The colours of a logo provide 80 percent of the information we get about a brand. This is due to the fact that various hues elicit distinct sentiments and emotions.
Businesses will frequently go to considerable efforts to ensure that their logo precisely complements their branding approach. Google famously experimented with 40 distinct hues of blue in their logo to determine which one performed best.
In this piece, we’ll look at six businesses that have made a certain colour their own. Why did each brand select the hue that they selected? And how is that hue likely (and intended) to make people feel, both explicitly and implicitly?
Source: Coca Cola Singapore
According to reports, Coca-Cola’s distinctive crimson (which is actually a blend of three different colors of red) was created for practical rather than commercial purposes.
In the 1890s, the barrels in which Coke was delivered were painted red to differentiate them from barrels holding beer. The red remained, and when Coke was marketed in individual bottles, the red appeared on those as well.
Of course, from a marketing standpoint, the second piece of the jigsaw is to establish a link between the hue and the brand. And for Coke, that meant using it across the board, from product packaging to advertising, merchandising, and even the company’s (now equally famous) red-liveried trucks.
Even if Coke’s choice of red wasn’t influenced by consumer psychology, it proved to be a good fit for the brand. Red is a strong, powerful hue that evokes feelings of enthusiasm, power, thrill, and vigor, which is precisely what a brand like Coke would like to elicit.
Source: Design Week
Subway hopes to express the ideals of freshness that it has placed at the center of its brand through the use of green, which is typically used to signify health and regeneration.
Another hue that can be seen from afar and attracts customers to its eateries is yellow.
Tiffany & Co.
Source: Je Suis Bobo
Given how well-known the hue is (it even has its own Wikipedia page), “Tiffany Blue” is probably best known for being anything but blue. Or, at the very least, not the royal blue or navy that comes to mind when we think of the hue.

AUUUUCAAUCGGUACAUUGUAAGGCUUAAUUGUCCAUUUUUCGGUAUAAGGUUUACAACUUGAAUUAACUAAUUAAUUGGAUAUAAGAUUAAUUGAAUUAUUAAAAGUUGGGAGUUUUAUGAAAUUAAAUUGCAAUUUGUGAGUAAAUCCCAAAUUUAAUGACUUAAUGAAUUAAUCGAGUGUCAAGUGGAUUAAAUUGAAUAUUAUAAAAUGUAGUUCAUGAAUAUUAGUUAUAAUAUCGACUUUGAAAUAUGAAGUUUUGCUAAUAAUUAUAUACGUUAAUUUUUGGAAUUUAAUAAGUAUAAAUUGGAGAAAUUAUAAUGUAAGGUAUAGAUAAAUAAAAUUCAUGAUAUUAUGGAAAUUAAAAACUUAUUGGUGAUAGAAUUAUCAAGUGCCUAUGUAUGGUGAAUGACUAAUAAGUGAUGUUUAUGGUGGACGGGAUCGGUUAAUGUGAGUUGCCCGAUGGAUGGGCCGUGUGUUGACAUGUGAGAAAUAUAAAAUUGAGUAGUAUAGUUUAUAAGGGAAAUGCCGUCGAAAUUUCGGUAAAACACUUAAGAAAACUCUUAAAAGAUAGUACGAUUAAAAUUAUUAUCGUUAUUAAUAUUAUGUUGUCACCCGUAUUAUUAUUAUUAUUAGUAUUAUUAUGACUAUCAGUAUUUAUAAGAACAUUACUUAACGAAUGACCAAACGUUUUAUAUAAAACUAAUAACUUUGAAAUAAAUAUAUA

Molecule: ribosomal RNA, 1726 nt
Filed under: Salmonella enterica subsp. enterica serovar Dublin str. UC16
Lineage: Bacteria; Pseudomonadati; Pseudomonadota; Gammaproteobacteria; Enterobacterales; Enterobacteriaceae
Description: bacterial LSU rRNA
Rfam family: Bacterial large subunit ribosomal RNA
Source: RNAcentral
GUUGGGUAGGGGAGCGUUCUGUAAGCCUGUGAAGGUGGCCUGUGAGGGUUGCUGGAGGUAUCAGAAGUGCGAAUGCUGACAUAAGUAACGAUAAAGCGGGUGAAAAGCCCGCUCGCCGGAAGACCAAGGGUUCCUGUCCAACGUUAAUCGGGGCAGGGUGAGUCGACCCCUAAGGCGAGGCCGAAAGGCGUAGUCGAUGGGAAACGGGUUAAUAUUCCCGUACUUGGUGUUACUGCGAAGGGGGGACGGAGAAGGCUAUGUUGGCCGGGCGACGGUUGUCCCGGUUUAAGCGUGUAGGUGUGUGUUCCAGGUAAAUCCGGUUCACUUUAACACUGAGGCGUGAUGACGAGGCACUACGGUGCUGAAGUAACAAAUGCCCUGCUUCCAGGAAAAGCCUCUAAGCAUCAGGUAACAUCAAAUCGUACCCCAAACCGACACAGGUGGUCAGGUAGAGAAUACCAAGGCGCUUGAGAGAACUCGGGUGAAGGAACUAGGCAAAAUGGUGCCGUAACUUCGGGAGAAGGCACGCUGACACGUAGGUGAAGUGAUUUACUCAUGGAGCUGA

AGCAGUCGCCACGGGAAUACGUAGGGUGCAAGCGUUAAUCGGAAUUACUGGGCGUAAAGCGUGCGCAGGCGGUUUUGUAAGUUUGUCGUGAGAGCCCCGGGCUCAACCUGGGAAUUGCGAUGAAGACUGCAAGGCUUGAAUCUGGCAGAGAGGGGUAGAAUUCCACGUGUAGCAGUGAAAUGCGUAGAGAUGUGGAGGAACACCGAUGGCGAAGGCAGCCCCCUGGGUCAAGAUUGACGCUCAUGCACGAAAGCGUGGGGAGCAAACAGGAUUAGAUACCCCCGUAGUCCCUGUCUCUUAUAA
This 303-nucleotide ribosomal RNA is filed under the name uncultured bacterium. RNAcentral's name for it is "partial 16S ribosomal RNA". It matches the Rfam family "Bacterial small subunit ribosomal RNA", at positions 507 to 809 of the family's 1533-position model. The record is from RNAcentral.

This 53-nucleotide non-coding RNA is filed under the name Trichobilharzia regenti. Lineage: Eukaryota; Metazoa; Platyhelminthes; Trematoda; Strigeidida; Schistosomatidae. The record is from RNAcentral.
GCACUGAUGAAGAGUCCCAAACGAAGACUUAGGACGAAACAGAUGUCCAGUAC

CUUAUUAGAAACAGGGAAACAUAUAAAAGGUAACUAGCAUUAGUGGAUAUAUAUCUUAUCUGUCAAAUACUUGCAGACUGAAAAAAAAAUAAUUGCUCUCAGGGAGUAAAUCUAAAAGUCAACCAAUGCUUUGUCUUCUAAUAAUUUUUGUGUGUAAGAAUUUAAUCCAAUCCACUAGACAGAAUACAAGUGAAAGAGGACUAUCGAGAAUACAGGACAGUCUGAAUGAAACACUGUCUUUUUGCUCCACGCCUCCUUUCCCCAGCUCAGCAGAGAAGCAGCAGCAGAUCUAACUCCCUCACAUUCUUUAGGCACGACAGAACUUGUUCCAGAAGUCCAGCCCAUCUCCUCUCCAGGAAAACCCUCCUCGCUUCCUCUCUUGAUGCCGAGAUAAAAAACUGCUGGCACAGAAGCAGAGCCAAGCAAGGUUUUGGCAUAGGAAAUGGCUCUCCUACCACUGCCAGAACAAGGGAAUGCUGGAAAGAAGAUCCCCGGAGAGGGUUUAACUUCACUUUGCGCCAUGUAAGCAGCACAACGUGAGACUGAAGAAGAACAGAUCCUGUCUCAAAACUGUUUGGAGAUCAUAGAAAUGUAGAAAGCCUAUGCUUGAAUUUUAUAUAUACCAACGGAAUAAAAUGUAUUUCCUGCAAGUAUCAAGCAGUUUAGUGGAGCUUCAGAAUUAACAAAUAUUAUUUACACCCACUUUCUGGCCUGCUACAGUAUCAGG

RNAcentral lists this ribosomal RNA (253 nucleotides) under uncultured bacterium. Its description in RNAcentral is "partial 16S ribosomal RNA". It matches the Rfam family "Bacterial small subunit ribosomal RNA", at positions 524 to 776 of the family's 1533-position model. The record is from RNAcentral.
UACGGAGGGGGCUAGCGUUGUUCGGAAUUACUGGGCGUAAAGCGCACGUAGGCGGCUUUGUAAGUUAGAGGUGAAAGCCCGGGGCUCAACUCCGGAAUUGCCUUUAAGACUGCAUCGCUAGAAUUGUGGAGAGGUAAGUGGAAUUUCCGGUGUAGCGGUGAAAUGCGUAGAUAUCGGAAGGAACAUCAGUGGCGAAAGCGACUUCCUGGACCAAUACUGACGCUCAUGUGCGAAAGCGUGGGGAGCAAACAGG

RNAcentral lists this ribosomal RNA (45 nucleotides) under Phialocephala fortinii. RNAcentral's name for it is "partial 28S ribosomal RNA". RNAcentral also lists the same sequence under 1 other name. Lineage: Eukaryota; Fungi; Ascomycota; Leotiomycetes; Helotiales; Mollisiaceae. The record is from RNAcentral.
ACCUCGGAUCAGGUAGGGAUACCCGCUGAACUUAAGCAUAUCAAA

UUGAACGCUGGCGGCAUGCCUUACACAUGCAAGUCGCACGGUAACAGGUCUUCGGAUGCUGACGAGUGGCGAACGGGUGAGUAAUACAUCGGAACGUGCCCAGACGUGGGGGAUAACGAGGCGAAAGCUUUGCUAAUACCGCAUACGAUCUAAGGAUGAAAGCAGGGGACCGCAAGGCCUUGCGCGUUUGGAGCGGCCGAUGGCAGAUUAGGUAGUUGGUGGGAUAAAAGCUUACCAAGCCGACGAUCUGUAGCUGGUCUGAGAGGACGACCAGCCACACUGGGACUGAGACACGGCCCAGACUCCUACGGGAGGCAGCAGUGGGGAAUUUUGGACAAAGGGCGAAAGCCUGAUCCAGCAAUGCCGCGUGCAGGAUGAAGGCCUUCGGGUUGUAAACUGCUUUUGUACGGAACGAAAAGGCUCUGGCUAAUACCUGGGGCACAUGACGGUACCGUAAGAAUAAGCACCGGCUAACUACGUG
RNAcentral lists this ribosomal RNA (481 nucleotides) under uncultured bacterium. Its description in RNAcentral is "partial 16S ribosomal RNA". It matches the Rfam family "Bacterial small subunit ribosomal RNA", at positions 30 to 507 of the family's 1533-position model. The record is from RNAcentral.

But that doesn’t take away from the effect of the pale robin’s egg color, which has been trademarked since 1998.
Although Tiffany Blue conjures emotions of elegance and richness, this isn’t true of all blues. Lighter blues conjure up images of peace, openness, and innocence, whilst deeper blues conjure up images of maturity, stability, and dependability.
Lufthansa, like many other airlines, employs blue, but it’s one of the few that also uses yellow, which represents pleasure and confidence.
Olt Aicher, a German graphic designer, created the visual identity, which is regarded as one of the most effective rebrandings of the twentieth century. According to Disegno, though, Aicher never deemed the design complete.
Silver in various hues is frequently used in the car industry to represent excellence and craftsmanship.
The Toyota logo took three years to create and is designed to be recognizable both in front of and behind the wheel. The relationship between the consumer and the brand as they coexist in the world is represented by the two inner circles, which are surrounded by a larger circle.
Source: The Pigeon Express
Few brands and color combinations are more famous in the United Kingdom than Cadbury with its characteristic purple (Pantone 2685C), which it has employed since Victorian times. Purple was Queen Victoria’s favorite color, according to legend, which is why the Cadbury brothers selected purple for their early wrapping.
Purple is also linked with innovation and audaciousness, which Cadbury has embraced, notably in its advertising. Its most recent ads have had anything from brow-syncing to drumming gorillas, all with the characteristic purple prominently shown.
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